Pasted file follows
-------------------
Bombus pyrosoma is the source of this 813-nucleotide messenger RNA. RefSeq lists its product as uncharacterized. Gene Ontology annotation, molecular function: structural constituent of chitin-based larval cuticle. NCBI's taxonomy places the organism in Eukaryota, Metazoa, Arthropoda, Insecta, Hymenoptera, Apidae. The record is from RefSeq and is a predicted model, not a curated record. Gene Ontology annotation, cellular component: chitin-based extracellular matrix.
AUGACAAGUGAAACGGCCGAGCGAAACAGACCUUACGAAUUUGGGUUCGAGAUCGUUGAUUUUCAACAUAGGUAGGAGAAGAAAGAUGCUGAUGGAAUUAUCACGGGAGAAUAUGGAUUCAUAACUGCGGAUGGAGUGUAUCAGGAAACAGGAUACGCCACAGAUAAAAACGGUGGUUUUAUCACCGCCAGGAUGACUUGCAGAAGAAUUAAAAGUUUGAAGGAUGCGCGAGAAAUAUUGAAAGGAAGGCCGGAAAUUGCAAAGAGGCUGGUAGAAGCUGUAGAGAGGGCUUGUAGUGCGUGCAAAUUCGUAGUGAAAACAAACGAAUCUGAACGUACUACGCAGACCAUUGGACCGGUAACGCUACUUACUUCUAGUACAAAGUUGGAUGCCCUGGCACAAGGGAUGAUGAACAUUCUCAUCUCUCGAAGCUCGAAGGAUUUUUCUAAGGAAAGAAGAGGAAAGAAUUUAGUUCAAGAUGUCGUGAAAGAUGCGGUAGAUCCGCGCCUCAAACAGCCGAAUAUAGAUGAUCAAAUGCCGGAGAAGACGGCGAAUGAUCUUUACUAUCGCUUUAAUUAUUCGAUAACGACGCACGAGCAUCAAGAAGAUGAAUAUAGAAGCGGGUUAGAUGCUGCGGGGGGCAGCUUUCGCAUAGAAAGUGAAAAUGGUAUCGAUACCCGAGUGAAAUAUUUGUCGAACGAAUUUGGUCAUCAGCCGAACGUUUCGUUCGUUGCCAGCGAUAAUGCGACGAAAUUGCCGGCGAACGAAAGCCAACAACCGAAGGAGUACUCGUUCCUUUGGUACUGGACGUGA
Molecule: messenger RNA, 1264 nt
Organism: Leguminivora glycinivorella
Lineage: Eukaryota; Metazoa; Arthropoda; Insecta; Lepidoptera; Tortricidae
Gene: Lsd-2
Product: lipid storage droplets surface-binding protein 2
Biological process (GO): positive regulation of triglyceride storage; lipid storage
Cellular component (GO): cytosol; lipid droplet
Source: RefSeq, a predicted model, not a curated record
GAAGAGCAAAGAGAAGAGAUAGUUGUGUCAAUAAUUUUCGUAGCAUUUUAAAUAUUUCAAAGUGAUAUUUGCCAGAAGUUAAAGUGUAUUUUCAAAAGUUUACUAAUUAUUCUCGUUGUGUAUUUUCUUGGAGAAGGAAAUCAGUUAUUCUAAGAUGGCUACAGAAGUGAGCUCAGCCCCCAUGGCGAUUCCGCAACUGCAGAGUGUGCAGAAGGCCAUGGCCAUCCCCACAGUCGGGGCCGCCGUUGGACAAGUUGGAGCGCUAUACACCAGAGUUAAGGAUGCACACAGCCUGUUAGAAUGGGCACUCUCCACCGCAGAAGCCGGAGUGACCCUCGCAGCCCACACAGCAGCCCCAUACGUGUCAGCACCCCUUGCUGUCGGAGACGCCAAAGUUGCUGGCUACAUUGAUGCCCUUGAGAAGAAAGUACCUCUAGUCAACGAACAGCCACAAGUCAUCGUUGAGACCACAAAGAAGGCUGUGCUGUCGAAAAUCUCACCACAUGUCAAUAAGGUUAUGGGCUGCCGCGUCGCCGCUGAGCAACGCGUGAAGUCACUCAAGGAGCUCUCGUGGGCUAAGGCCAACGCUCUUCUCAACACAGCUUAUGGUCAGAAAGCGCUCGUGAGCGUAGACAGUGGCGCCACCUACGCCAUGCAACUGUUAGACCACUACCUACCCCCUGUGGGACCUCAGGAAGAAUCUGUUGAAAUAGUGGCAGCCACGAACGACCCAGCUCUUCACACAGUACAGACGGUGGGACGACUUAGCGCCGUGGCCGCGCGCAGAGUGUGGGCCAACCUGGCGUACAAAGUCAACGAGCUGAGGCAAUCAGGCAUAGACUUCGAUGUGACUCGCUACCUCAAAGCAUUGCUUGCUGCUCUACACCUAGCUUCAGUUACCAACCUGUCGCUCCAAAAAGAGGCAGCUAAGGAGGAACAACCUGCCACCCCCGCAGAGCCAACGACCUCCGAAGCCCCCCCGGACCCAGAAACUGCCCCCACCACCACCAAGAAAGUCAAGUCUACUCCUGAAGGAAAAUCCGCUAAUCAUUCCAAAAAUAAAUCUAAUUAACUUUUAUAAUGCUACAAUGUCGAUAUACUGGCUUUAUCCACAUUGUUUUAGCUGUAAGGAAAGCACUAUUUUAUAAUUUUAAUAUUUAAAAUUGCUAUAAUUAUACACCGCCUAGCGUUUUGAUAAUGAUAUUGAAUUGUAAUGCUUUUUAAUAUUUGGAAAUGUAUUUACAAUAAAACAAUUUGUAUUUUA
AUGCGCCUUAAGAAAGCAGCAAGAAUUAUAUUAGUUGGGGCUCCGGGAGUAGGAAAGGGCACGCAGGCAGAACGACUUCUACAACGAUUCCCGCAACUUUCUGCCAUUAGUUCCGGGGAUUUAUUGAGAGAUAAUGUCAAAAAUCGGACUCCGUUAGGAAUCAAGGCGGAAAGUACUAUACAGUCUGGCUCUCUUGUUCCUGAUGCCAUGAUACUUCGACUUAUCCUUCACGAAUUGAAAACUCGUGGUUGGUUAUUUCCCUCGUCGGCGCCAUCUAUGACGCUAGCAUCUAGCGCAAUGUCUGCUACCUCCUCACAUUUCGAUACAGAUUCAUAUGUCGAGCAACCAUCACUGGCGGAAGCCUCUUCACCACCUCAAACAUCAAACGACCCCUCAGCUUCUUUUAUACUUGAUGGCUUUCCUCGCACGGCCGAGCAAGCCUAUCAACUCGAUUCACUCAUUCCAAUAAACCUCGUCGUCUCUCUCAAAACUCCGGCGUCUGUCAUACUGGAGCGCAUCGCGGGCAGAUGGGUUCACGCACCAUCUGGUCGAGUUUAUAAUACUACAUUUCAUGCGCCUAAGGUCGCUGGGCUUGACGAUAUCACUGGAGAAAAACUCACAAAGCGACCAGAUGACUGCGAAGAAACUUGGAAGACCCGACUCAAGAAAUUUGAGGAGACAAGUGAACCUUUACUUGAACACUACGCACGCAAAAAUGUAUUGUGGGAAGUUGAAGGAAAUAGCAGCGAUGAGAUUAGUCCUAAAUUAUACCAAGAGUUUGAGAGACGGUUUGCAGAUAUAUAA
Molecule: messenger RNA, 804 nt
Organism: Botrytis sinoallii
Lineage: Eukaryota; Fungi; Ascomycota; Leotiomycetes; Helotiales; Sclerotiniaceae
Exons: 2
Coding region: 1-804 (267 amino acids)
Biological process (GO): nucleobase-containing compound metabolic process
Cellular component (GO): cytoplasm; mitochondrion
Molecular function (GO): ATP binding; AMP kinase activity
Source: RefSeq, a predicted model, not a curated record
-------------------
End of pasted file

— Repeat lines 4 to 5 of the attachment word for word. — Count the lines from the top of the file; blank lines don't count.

Organism: Leguminivora glycinivorella
Lineage: Eukaryota; Metazoa; Arthropoda; Insecta; Lepidoptera; Tortricidae